In a 72-page opinion today, the U.S. Supreme Court upheld the Affordable Care Act again, rejecting the arguments made by Texas and 17 other states (including Arizona) that the Affordable Care Act is unconstitutional.
The Court upheld the ACA back in 2012 finding that the tax penalty for not having health insurance was well within Congress’ authority, and that therefore, the ACA was constitutional (except that the court held that states could not be compelled to expand Medicaid). The 2012 Supreme Court opinion rejected the argument that Congress’ authority to regulate interstate commerce made the ACA constitutional.
The Plaintiffs (including Attorney General Brnovich) in todays California v. Texas case argued that Congress’ authority to pass the ACA was eliminated when the penalty (tax) for not having health insurance went to 0 after Congress passed the 2017 tax cut law.
Here’s an analysis of today’s case by James G. Hodge, Jr., JD, LLM, a Peter Kiewit Foundation Professor of Law at ASU’s Sandra Day O’Connor College of Law:
California v. Texas (U.S. Supreme Court, June 17, 2021): In a brief, 7-2 majority Opinion, the U.S. Supreme Court rejected all constitutional and other claims brought against the continued enforcement and implementation of the Affordable Care Act’s (ACA) individual mandate, dismissing multiple state and individual plaintiffs’ claims for lack of standing. Justice Breyer, writing for the majority, concludes “the plaintiffs . . . failed to show a concrete, particularized injury fairly traceable to enforcement of the individual mandate provision of the ACA.”
Since Congress zeroed out the penalty for the individual mandate through the Tax Cuts and Jobs Act of 2017, individuals cannot assert a specific injury because the mandate can no longer be enforced. As for Texas and 17 other states’ alleged injuries the Court viewed their claims as similarly specious. States “have failed to show that the challenged minimum essential coverage provision, without any prospect of penalty, will harm them by leading more individuals to enroll in these programs.”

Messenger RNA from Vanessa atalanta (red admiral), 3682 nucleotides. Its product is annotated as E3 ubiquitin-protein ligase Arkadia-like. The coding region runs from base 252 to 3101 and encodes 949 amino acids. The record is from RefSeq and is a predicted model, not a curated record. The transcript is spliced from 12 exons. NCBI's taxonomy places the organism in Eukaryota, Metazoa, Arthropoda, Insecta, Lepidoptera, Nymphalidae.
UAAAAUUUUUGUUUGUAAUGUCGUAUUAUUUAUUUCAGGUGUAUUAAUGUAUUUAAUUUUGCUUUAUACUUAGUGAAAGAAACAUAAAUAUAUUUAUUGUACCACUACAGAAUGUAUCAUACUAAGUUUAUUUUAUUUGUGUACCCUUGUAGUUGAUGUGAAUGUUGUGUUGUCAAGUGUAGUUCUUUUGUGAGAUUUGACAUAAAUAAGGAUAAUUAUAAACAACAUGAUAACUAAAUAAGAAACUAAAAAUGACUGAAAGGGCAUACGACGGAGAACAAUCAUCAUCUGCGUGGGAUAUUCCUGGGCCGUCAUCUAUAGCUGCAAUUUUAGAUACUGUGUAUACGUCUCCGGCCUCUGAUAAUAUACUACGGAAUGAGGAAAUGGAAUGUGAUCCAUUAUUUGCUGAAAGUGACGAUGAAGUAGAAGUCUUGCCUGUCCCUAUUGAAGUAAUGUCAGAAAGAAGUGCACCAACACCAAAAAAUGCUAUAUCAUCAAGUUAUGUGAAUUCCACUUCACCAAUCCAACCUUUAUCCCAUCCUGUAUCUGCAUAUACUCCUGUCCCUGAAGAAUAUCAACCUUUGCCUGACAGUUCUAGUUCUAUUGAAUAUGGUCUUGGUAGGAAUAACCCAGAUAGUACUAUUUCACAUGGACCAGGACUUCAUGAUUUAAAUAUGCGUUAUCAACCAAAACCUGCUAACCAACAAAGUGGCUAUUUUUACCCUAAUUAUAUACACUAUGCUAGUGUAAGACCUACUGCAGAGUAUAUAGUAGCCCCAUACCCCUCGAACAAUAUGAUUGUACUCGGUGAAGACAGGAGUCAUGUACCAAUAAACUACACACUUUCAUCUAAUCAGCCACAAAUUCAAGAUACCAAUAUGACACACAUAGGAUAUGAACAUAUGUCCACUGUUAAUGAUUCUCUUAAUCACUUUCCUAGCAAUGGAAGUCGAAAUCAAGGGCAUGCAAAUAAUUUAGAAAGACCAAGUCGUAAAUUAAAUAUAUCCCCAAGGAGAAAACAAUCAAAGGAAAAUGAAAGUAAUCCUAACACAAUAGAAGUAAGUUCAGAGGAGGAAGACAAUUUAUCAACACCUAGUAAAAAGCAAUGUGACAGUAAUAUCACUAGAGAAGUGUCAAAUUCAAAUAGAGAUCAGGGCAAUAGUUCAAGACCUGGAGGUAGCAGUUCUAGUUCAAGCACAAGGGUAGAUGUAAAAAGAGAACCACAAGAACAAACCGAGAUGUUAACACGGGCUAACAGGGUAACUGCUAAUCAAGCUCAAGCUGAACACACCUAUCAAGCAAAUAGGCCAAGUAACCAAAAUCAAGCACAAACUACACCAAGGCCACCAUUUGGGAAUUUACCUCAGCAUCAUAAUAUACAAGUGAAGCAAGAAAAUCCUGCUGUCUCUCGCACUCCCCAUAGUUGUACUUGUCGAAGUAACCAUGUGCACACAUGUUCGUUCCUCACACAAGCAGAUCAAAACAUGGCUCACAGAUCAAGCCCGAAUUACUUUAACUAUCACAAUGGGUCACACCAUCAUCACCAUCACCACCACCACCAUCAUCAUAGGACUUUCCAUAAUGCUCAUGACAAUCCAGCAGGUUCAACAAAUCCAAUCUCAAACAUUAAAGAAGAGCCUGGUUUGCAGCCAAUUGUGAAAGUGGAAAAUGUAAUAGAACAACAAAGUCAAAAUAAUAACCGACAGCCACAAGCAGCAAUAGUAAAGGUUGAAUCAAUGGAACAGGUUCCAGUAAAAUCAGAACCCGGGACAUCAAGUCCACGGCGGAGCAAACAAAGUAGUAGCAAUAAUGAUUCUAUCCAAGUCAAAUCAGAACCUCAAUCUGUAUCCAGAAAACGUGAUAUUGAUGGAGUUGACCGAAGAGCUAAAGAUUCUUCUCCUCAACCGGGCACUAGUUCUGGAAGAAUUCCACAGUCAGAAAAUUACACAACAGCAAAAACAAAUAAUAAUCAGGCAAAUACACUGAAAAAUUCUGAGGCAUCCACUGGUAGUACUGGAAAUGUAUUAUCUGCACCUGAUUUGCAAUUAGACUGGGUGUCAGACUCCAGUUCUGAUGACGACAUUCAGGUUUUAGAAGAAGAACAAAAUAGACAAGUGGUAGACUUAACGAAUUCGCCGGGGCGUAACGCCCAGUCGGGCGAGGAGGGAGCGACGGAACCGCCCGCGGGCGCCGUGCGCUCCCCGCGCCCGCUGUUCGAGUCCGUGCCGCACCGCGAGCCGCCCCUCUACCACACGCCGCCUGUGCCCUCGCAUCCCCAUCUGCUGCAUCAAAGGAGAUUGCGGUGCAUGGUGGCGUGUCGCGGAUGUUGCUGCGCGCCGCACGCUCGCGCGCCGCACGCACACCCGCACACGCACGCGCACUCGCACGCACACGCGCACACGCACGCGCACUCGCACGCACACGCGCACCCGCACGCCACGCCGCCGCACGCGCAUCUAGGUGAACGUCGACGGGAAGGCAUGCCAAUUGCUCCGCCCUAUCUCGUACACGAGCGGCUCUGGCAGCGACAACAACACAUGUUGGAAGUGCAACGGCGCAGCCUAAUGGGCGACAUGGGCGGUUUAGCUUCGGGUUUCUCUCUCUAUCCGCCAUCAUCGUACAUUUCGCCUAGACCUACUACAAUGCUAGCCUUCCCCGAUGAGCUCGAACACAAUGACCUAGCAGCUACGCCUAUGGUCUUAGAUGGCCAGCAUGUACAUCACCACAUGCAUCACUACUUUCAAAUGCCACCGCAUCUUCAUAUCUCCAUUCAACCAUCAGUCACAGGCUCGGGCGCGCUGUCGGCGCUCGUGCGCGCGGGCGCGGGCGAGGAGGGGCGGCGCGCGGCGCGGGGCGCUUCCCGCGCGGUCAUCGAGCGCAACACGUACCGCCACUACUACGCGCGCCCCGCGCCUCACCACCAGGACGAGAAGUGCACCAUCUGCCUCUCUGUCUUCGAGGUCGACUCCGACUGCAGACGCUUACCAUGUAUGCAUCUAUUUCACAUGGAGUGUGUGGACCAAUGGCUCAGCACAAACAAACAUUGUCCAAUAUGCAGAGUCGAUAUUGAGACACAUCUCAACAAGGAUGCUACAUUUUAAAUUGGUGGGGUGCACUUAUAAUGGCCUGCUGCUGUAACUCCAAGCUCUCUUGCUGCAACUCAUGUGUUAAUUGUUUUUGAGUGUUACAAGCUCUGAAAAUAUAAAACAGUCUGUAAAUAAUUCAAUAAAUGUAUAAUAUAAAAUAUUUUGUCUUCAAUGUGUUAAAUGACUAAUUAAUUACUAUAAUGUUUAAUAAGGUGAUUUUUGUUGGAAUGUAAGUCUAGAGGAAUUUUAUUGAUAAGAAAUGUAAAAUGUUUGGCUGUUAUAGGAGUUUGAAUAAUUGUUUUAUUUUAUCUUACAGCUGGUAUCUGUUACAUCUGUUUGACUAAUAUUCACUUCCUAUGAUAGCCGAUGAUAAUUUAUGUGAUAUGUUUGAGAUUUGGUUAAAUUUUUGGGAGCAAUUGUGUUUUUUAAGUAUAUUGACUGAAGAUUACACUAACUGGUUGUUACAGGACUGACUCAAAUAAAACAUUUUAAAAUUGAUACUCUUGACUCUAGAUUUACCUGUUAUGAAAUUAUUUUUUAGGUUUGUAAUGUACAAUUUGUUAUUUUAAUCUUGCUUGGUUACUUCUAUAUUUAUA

In a biting, dissenting opinion, Justices Alito and Gorsuch criticize the Court for brokering an “improbable rescue” of the ACA (as per its prior Opinions) through a “fundamental distortion” and “flat-out misstatements” of long-standing jurisprudence on standing. In essence, as Justice Alito argues, the injuries alleged by the states related to ACA implementation are directly “traceable,” or at least sufficiently tied to, the unlawful mandate provisions.
Determining the lawfulness of the ACA’s individual mandate is the only way to redress these injuries. While the dissent deems the mandate unconstitutional, along with the rest of the ACA, the majority disagrees, and the case is dismissed.
The ACA led to tremendous gains in the rate of children’s health coverage in Arizona. As CAA’s most recent KIDS COUNT Data Book demonstrates, the rate of uninsured children in our state dropped from 13% in 2012 to 8% in 2018. While funding for outreach and enrollment support has been cut, anti-immigrant rhetoric and policies, such as the new public charge rule, has deterred many families from enrolling in health care.
The Urban Institute recently projected that more than 21M Americans will be newly uninsured in 2022, including 1.7 million children if the ACA had been overturned by the Supreme Court. Those most at risk of losing coverage are people with incomes below 200% of the federal poverty level and people of color. In Arizona alone 223,000 non-elderly individuals are likely to become uninsured if the ACA is repealed.
Other key protections that would have been lost if Attorney General Brnovich had been successful in finding the ACA is unconstitutional include:
A guarantee that plans cover the 10 essential health benefits;
Marketplace insurance plans and the subsidies that make them more affordable;
Protections for pre-existing conditions and a guarantee that folks with pre-existing conditions can’t be charged more;
The ability to keep dependents on health insurance plans until they’re 26The chance to keep dependents with disabilities on your insurance indefinitely, and
A host of other wellness incentives (and a whole lot more).